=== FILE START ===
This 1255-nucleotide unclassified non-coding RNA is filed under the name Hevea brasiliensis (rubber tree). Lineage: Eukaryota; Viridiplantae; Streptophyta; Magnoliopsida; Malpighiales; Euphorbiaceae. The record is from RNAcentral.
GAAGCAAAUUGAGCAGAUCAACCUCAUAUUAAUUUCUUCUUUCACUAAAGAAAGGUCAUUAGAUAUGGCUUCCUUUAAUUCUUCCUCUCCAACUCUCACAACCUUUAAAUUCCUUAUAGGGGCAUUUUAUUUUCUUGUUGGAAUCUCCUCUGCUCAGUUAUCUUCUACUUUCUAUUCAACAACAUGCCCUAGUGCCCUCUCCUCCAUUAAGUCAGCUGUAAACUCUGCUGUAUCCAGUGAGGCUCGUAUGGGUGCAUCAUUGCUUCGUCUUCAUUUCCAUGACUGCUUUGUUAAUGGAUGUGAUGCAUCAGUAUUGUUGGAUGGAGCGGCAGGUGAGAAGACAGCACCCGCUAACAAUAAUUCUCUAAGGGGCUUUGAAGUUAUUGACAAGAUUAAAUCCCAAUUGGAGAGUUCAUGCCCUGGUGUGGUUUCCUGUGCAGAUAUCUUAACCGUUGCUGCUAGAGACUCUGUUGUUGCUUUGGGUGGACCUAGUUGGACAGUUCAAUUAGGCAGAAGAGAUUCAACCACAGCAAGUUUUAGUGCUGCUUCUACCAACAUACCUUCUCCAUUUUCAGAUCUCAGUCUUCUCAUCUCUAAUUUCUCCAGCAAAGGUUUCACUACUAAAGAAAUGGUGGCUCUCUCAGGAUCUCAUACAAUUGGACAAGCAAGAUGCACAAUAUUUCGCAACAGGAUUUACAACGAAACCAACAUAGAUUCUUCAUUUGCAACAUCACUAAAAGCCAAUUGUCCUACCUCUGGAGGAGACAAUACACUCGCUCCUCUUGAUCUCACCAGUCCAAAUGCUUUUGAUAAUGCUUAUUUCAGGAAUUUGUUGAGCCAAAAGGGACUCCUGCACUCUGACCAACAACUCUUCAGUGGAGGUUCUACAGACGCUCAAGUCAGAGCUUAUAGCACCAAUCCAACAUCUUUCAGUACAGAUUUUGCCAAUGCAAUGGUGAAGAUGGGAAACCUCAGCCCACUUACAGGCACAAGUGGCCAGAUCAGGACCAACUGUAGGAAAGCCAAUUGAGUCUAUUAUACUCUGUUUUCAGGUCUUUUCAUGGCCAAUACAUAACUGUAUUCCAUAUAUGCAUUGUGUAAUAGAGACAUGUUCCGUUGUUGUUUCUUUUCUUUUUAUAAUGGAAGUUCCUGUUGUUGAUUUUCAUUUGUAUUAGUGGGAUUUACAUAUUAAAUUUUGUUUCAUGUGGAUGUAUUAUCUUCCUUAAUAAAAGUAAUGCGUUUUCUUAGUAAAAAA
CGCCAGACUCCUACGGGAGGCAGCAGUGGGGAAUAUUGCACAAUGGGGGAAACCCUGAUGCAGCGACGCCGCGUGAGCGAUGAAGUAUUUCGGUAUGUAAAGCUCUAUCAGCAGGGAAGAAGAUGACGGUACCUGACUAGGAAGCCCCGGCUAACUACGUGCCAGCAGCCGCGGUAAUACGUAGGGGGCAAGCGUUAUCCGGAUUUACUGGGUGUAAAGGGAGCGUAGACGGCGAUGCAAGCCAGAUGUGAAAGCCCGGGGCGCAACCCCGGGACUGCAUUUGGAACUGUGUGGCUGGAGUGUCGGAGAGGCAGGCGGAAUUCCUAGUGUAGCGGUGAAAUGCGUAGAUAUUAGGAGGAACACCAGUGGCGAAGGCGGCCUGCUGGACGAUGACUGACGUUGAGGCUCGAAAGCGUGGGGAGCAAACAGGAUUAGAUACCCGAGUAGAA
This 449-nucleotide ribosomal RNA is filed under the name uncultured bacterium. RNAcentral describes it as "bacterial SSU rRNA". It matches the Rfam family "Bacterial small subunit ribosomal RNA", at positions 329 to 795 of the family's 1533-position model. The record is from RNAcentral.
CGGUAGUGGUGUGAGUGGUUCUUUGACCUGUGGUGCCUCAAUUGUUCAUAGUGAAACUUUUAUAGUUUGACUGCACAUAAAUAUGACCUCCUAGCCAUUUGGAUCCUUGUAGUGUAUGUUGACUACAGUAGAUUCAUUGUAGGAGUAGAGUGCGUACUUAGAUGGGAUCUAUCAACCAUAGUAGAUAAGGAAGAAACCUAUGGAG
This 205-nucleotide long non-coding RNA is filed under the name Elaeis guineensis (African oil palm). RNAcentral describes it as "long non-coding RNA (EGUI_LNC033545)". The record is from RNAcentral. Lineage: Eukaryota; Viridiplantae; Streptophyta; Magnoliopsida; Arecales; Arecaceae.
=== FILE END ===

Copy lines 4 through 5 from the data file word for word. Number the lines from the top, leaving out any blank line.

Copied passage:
This 449-nucleotide ribosomal RNA is filed under the name uncultured bacterium. RNAcentral describes it as "bacterial SSU rRNA". It matches the Rfam family "Bacterial small subunit ribosomal RNA", at positions 329 to 795 of the family's 1533-position model. The record is from RNAcentral.
CGGUAGUGGUGUGAGUGGUUCUUUGACCUGUGGUGCCUCAAUUGUUCAUAGUGAAACUUUUAUAGUUUGACUGCACAUAAAUAUGACCUCCUAGCCAUUUGGAUCCUUGUAGUGUAUGUUGACUACAGUAGAUUCAUUGUAGGAGUAGAGUGCGUACUUAGAUGGGAUCUAUCAACCAUAGUAGAUAAGGAAGAAACCUAUGGAG